The article also reports that the seller, a “Miami-based developer” who has held the parcel only four months, will realize a $42 million profit.  It’s unfortunate that none of this profit goes to support the intensive and expensive infrastructure which helps keep the neighborhood functional.

It matters how we own what nobody produced

Tenant farmers paid rent here

Tenant farmers paid rent here

[I]n Bill Clinton’s encapsulation of political strategy, “It’s the economy, stupid.” But the success of an economy can only be measured by its growth.  Since growth requires the accelerated consumption of limited natural resources, it is not a sustainable model in the long run.

If you concentrate on how a place is owned, however, the perspective changes.  As this book demonstrates, matters of laws, of rights and of politics become crucial, taking precedence over economics.  From that point of view… “It’s the neighborhood, stupid.”

…Around the world and throughout history, neighborhoods have succeeded in a million different ways.  It all depends on how the earth is owned.

That, the conclusion of Andro Linklater’s Owning the Earth, illustrates what is right and what is wrong with the book.  Our quality of life does does depend on how the earth is owned, and Georgists are aware of the importance and practicality of recognizing each individual’s right to what no one produced. But must a sound economy necessarily use more of the earth’s limited resources? Is there no practical way to use resources more efficiently? And is there no possibility that economic improvement could be measured by anything other than economic growth?

The book is wide-ranging and (mostly) well-written, making connections in place after place between how the right to use nature is recognized, and how well the community developed. It draws some connections that I hadn’t seen before, such as how the growth in mortgages on American farms followed logically from the end of homesteading.

And Linklater does devote a couple of pages to Henry George, but seriously misunderstands why George’s proposals weren’t widely adopted, saying  “[I]t is notoriously difficult to arrive at a valuation system that can clearly separate earned from unearned capital appreciation.” Here he means “separate improvement value from land value,” and he is wrong.  Practical methods of doing so on a mass basis were described back in 1970 in TRED #5  (outline), which is not posted on line to my knowledge, and in this more recent paper by Ted Gwartney, MAI.   And, of course, land values are routinely estimated by appraisers and are a component of almost every U S income tax return that involves commercial or investment real estate.

It is true that, with limited exceptions, George’s proposals weren’t adopted, but for a different reason.  Mason Gaffney has provided a compelling and well-sourced explanation (also available in a book), and it is unfortunate that Linklater seems to have been unaware of it. One wonders what else he did not know.

March 1 2015 update: I just discovered that Ed Dodson has produced a more thoughtful and detailed review of Linklater’s book.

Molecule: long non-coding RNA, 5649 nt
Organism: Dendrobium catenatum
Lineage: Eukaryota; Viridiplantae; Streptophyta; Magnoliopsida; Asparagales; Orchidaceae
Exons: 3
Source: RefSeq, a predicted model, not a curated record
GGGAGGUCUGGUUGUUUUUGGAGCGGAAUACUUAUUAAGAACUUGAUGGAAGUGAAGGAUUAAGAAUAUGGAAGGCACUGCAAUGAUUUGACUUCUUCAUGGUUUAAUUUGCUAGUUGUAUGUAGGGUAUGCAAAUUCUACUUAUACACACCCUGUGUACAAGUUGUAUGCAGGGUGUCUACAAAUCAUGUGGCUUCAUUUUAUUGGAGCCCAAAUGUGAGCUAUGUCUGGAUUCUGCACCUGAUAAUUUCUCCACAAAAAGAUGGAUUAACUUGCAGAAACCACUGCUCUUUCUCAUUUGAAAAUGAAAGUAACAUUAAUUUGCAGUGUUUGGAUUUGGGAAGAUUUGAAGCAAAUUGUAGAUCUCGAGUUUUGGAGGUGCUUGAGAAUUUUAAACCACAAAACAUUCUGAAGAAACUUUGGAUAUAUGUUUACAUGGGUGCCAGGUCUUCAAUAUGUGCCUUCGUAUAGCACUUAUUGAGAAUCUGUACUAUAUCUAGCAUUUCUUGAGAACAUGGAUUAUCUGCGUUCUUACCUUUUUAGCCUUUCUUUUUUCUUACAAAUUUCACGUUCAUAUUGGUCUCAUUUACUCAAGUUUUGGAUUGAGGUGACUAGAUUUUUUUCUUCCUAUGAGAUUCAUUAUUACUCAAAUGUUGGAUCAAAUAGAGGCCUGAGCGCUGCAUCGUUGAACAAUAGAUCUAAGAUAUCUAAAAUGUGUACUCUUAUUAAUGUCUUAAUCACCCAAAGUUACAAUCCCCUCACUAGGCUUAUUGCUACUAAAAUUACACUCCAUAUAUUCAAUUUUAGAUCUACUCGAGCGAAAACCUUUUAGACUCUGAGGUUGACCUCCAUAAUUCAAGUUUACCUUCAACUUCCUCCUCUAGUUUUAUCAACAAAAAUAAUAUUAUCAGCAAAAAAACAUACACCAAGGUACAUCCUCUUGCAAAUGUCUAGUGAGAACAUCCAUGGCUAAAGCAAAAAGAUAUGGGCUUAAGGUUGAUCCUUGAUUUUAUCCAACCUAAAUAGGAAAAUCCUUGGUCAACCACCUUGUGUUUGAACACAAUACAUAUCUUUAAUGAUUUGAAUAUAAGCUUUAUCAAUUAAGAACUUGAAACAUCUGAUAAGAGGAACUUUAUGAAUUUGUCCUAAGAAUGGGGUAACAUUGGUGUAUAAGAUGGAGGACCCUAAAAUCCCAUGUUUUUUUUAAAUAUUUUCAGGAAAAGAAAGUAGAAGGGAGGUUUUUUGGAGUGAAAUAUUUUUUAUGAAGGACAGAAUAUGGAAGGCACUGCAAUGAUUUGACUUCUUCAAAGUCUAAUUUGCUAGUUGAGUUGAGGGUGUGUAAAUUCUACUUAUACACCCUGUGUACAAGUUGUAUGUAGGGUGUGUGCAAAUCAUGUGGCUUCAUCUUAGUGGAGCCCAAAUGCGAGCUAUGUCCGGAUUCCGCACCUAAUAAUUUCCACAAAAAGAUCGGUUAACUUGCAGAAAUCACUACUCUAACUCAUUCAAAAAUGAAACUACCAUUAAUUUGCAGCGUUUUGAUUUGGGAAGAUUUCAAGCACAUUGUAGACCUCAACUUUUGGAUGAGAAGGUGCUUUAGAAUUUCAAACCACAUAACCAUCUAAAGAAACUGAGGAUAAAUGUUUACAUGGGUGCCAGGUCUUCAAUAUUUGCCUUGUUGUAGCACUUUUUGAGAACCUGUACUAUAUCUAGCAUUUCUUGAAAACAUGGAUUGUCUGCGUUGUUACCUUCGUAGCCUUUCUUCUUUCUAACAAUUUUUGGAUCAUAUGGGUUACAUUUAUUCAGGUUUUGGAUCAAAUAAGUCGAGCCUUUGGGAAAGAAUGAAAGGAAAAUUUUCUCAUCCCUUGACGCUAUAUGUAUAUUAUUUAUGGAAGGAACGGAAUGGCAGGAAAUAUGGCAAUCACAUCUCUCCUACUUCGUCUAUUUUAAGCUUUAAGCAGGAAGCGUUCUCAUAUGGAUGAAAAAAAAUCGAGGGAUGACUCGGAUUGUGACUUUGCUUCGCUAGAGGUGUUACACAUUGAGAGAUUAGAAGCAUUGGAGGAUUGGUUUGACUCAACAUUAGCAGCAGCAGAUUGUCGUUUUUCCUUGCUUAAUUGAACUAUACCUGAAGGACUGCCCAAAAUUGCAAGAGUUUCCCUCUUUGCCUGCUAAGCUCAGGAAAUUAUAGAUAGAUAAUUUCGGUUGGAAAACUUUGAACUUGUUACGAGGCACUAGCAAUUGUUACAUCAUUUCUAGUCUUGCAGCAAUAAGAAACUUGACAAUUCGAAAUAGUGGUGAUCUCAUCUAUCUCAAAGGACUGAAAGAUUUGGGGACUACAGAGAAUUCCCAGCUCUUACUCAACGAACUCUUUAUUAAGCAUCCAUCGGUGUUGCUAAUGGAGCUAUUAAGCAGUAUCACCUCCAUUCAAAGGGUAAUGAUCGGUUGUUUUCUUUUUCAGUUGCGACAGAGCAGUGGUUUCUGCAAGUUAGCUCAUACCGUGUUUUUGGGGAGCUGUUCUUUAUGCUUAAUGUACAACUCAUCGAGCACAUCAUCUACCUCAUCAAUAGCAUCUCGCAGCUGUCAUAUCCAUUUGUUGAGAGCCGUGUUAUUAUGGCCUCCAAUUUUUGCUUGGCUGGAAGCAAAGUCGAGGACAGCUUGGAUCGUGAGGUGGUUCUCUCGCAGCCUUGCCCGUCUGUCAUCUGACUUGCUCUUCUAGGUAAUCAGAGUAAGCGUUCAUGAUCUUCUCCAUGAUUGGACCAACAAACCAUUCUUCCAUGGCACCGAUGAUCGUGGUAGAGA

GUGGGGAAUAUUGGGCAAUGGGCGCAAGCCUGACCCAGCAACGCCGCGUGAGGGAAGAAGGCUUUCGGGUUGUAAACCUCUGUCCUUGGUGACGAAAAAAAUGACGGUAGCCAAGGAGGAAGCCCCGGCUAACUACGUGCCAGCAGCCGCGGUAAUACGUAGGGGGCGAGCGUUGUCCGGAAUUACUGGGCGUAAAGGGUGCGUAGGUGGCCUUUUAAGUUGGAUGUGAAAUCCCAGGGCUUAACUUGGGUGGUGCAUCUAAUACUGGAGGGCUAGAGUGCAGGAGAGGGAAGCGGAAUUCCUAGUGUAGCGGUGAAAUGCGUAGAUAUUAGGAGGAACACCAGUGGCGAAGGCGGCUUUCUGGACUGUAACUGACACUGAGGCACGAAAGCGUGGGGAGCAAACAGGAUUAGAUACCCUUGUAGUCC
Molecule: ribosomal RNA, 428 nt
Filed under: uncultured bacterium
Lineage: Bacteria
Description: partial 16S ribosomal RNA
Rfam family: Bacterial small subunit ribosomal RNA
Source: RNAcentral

Land sales price vs. what is paid for land

image credit: Onishenko

image credit: Onishenko

In order to fund community needs from a tax on land value, assessors need to estimate what that land value is.  Conceptually the task need not be difficult (Ted Gwartney outlines some options here, but a more complete and still-valid examination is in this book.) Basically, you look at sales prices for actual land transactions, and make adjustments for parcels which haven’t sold recently or where land comprises only a small part of the value.  But what happens if the buyer pays something additional, “off the books,”  for the land?

According to Peter Katz, that seems to be what often happens. This presentation at APA last March starts off slow (and self-promotional), but moves along thru some interesting territory. Regarding the price of vacant land, he asserts that, in many desirable areas, developers have to first buy (or option) the land, then negotiate with local authorities to get permission to build. Getting that permission might require agreeing to donate money (or land) for public use, or perhaps less savory expenditures, and to the developer this is part of the cost of land. If an area of any size is subject to such constraints, all the land sales are below market prices by the amount of such costs, and all sites, whether sold or not, receive assessed land values that are lower than what developers actually pay to get a buildable site.  This results in less public revenue, implying a need for other taxes, as well as a tendency to develop at lower densities than might be appropriate, when developers choose to settle for existing zoning rather than what they might be able to negotiate. Katz suggests that a formal study of this effect should be done, and nominates Lincoln Institute to make it happen.

Katz’s remedy seems to be a combination of form-based zoning codes, plus a sophisticated (and presumably accurate) fiscal impact analysis that might show denser development to actually be more “profitable” to governments.  But, responding to a question about 65 minutes into (and near the end of) his talk, he acknowledges that funding government from a land value tax would be a good way to obtain the desired development pattern, and that Henry George was a great guy.  His observation that Georgists tend to be wacky has been made before, and I can’t say it’s wrong.